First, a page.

In addition, you can see that the previous “ProxyXMLProcessor” class also offers a couple of straightforward methods for fetching and displaying the nodes of an inputted XML string. However, one thing that surely caught your attention is the fact that these methods will instantiate the corresponding XML processor object via the respective “createXMLProcessor()” method only when its functionality is required. Period.

Now, do you see why this pattern is aimed at avoiding the unnecessary instantiation of different objects? I hope you do!

Now that you hopefully grasped the logic that stands behind the proxy pattern, let me go one step further and show you how to improve the “ProxyXMLProcessor” class by expanding its existing functionality, in addition to implementing its still undefined “createXMLProcessor” method.

As you might have guessed, all these tasks will be discussed in the following section, thus click on the link below and keep reading.

{mospagebreak title=Expanding the functionality of the ProxyXMLProcessor class}

As I stated in the section that you just read, my main purpose here is to extend the functionality of the already familiar proxy class, in addition to implementing its “createXMLProcessor()” method. Of course, the method will be responsible for the instantiation of XML processor objects only when its presence will be required, in this way sticking to the definition of the proxy pattern.

Having said that, below I listed an improved version of the prior proxy class, this time including some additional methods for counting the number of nodes of an input XML string. This new incarnation of this class looks like this:

// define 'ProxyXMLProcessor' class (proxy class for XMLProcessor) class ProxyXMLProcessor{ private $XMLProcessor=NULL; private $xmlstr; // XMLProcessor is not created here by the constructor public function __construct($xmlstr){ $this->xmlstr=$xmlstr; } // display nodes public function displayNodes($node){ // XMLProcessor object is only instantiated when any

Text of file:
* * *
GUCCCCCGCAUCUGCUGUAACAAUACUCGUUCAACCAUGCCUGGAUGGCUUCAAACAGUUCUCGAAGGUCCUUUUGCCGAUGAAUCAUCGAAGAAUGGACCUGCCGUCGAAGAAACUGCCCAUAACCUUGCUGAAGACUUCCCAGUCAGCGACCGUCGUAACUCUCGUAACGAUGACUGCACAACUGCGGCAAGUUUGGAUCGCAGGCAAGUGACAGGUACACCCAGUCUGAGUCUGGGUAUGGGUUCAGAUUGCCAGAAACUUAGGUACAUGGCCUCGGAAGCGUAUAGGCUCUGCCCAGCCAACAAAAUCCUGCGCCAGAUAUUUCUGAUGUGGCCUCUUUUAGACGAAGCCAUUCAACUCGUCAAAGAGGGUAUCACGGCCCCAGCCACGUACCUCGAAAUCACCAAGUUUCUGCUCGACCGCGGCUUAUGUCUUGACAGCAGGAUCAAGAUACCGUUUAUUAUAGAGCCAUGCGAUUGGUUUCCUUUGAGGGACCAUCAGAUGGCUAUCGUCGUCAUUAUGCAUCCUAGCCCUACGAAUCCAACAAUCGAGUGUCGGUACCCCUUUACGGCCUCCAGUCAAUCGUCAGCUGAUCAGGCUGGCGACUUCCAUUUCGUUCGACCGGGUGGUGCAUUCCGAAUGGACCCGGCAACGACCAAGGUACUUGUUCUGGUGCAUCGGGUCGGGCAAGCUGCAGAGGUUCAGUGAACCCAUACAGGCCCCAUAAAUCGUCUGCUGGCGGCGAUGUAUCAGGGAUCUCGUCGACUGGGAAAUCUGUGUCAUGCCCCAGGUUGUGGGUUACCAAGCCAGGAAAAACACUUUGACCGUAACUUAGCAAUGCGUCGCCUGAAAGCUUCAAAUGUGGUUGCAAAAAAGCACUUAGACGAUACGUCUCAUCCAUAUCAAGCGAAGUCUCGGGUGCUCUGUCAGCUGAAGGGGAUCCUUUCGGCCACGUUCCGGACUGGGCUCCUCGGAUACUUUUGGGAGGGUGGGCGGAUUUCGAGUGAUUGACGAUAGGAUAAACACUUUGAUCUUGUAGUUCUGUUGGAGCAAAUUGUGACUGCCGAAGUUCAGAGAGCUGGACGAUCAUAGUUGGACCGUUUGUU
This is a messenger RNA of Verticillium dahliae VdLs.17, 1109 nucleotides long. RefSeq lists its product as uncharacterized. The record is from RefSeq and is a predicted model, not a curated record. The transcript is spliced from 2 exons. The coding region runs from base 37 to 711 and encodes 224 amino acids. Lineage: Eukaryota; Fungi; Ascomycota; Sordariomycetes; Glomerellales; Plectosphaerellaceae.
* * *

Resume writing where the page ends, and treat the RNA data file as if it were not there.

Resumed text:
of its methods is called if($this->XMLProcessor==NULL){                  $this->createXMLProcessor();                 }                 return $this->XMLProcessor->displayNodes($node); } // fetch nodes as array of objects public function fetchNodesAsObjects(){ if($this->XMLProcessor==NULL){                  $this->createXMLProcessor();                 } return $this->XMLProcessor->fetchNodesAsObjects();         } // count number of nodes contained into XML string public function countNodes(){ if($this->XMLProcessor==NULL){ $this->createXMLProcessor(); }                 return $this->XMLProcessor->countNodes();       } // instantiate XMLProcessor object private function createXMLProcessor(){ $xmlObj=new XMLProcessor($this->xmlstr); $this->XMLProcessor=$xmlObj->getXMLProcessor(); } }

Aside from implementing a new method for counting the nodes of a given XML string, the above class also exposes a private method called “createXMLProcessor.” In this case, the method in question is tasked with instantiating an XML processor object when this condition is demanded. That was pretty simple, wasn’t it?

Okay, at this stage, I’m pretty certain that you understand how the previous proxy class does its business. However, I have to admit that there’s still a missing piece in this puzzle that remains undefined, since you don’t know how the corresponding “XMLProcessor” class looks.

In order to address this issue and dissipate any possible doubts, in the next few lines I’m going to show you the respective signature for this XML processing class. Go ahead and read the next section.

{mospagebreak title=Defining the XMLProcessor class}

In consonance with the concepts related to the proxy pattern that you learned before, it’s necessary to define the signature of the corresponding “XMLProcessor” class. This will help you understand how a potential proxy object can access the methods that belong to different XML processors.

This being said, below I included the signature for the pertinent “XMLProcessor” class. You’ll quickly realize that it performs some useful tasks on a given XML string. Therefore, have a look at this brand new class, please:

// define 'XMLProcessor' class class XMLProcessor{ private $sxmle; public function __construct($xmlstr){ if(!$this->sxmle=new SimpleXMLElement($xmlstr)){ throw new Exception('Error reading XLML
string'); } } // display values of a given node public function displayNodes($node){ $nodes=''; foreach($this->sxmle as $obj){ $nodes.='Value of '.$node.' node is the